Money Management – How To Avoid Over Trading

What is Overtrading?

Like mentioned on many articles here in our Binary Options Academy project, money management is key in being successful when trading financial markets in general, and binary options in particular.

The biggest thread to successful trading is over trading and this means simply taking to many trades than needed.

Overtrading is a result of greed or panic in the same amount, and the explanation comes from the human nature. It is well known that people are more adverse to risk than favor a profit. In plain English, the idea of losing something is way more painful than the pleasant effect of actually winning something. This is human nature.

Causes of Overtrading

The same things apply when looking at trading, and especially when looking at binary options trading. This is happening because of the short term expiration dates brokers are offering (60 seconds, 5 minutes, etc.) and this leads to trading opportunities to appear to be at each and every moment. Which is simply not true.

Because binary options are being advertised as an easy game, then choosing a short term expiration date and winning the option gives the impression this is really an easy game when money are being made so easy. This leads to taking another trade, and another one, etc, and this is over trading.

Overtrading instead leads to losses, and when this is happening, people are starting to trade even more because they want to recover previous losses. And this instead leads to losing the whole account.

Overtrading leads to losses as mentioned above but the biggest loss after overtrading is the loss of confidence. Not having confidence in your analysis is way more damaging on the long run than having one or two options that expire out of the money.

Avoiding Overtrading

There are two instances in which overtrading appears and both of them can be avoided.

One is the situation in which due to the fact that an option is moving against your entry price and the option is out of the money but still not expired yet, the trader has the tendency to take another trade in the same direction and even to increase the exposure. Then if market still moves against the original price, adding to the original entry would only lead to losses and whipping out the account.

While sometimes this works, like doubling and tripling the entry size, on the long run it is nothing but a martingale approach that will fail eventually.
Clear money management rules should be taken to avoid that and one way is to clearly define both the assets to be traded as well as the expiration dates to be used.

It is well-known that binary options brokers are offering end of day, week and month expiration dates as well for a high/low option and the fact that traders are not really using them is only normal as quick profits are always desired instead of patiently waiting for the option to expire.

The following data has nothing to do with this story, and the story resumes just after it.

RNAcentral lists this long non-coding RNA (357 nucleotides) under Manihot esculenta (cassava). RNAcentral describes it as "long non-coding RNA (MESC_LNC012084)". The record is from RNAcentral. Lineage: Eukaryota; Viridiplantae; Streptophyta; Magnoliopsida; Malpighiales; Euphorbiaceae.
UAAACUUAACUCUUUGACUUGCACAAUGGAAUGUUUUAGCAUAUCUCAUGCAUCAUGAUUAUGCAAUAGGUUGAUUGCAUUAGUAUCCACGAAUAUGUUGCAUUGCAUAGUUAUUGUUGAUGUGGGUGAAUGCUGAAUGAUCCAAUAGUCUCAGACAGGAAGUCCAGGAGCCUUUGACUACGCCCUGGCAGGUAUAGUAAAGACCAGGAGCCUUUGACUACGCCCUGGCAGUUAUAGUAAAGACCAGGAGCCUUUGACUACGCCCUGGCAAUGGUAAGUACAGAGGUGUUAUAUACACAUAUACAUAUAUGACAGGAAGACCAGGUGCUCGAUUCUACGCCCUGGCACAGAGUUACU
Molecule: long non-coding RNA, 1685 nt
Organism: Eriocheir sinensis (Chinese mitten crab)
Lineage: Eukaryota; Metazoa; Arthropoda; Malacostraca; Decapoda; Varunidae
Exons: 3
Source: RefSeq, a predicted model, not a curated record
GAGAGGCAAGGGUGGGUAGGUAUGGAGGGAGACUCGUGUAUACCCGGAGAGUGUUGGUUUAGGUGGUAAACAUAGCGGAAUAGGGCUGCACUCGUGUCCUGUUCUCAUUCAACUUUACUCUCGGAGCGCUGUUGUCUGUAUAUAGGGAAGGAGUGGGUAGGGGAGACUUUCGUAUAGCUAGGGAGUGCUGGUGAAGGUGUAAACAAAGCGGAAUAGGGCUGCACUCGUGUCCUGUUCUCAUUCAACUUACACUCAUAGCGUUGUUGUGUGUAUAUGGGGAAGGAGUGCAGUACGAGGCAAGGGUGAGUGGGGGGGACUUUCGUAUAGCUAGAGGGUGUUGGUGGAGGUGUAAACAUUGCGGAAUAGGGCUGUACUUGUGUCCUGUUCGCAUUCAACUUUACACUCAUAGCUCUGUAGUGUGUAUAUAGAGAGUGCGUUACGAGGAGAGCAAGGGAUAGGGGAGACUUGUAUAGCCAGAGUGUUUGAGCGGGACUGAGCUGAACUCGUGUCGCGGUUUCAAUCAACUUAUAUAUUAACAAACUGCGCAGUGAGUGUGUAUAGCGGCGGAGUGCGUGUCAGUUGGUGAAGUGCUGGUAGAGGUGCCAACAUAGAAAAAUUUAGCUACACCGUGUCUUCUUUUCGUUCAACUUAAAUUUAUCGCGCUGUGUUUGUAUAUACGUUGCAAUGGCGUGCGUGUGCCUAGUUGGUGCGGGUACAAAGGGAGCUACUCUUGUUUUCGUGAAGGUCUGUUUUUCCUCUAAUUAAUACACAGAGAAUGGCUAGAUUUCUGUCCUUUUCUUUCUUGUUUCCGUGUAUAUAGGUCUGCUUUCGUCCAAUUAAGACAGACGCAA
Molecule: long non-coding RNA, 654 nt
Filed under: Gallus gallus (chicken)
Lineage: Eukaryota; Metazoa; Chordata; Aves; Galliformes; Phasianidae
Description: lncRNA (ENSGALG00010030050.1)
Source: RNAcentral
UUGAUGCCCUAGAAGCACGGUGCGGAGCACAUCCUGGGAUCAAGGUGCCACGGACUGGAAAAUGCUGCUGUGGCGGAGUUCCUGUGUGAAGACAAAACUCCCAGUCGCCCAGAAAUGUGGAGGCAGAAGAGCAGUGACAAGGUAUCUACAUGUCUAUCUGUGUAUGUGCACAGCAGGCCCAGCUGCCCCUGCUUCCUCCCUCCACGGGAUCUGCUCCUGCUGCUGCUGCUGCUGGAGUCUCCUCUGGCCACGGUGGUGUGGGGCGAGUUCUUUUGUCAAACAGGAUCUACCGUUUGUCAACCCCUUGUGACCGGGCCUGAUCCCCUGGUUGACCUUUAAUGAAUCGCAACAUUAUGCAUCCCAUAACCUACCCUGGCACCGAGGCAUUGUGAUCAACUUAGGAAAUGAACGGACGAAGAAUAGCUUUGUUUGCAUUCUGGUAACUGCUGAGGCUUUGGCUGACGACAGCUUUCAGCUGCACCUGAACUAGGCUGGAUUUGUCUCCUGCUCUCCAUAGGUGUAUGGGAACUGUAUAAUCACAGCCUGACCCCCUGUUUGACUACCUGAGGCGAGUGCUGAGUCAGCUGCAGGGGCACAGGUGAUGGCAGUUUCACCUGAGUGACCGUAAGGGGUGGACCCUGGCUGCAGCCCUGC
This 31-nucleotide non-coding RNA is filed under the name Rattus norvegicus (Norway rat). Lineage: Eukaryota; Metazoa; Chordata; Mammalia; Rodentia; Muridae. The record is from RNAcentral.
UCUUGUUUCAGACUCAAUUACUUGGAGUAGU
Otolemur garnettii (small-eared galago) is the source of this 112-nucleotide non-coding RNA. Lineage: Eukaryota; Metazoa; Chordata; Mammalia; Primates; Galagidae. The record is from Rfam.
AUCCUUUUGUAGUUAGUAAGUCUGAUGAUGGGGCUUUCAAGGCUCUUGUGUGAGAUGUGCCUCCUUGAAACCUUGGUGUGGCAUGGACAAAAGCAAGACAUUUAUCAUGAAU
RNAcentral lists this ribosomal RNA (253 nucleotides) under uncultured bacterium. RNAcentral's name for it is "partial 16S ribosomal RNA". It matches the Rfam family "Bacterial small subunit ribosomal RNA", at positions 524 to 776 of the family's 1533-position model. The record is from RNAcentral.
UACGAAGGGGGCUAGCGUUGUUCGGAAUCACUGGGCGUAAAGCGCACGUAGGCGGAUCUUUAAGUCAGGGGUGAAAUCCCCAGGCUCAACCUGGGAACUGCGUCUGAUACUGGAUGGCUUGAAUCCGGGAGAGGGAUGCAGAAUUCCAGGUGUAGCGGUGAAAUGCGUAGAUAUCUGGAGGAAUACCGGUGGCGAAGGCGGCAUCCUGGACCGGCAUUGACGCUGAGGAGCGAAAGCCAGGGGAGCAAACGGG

This doesn’t mean that profits cannot be made as well as it doesn’t mean that by trading an end of month option one should wait for one month until the option expires, but merely it depends on the moment of time the striking price has been reached. If the option is traded starting with, say, 25th of a month, then the actual expiration date is less than one week, even though the expiration date that was originally chose was end of month.

After choosing the assets, consulting the economic calendar is the next step as there is a strong possibility that striking prices are to be found more easily around the time economic events are being released and then depending on the level and the fundamental news, the expiration date can be set.

Classic Example

For example, let’s assume that there is a rumor in the market that the Federal Reserve of the United States is going to raise the interest rates. The thing to do is to watch US dollar related events and on confirmation (actual print is above expectations) call options for the US dollar to be traded with an expiration date that should stretch beyond the moment of time the FOMC is making the announcement.

Another way to avoid overtrading is to not trade pairs that are directly correlated in the same direction. For example, if one is trading gbpusd to the upside, so call options, it makes no sense to trade the eurusd to the upside as well as long as the cable pair is in the money as it will effectively mean a double down of the initial position.

If, on the other hand, the initial trade is moving in the opposite direction and the eurusd pair or any other correlated one is reaching a strong support (in the case of a call option) or resistance (in the case of a put option), then trading another one makes sense.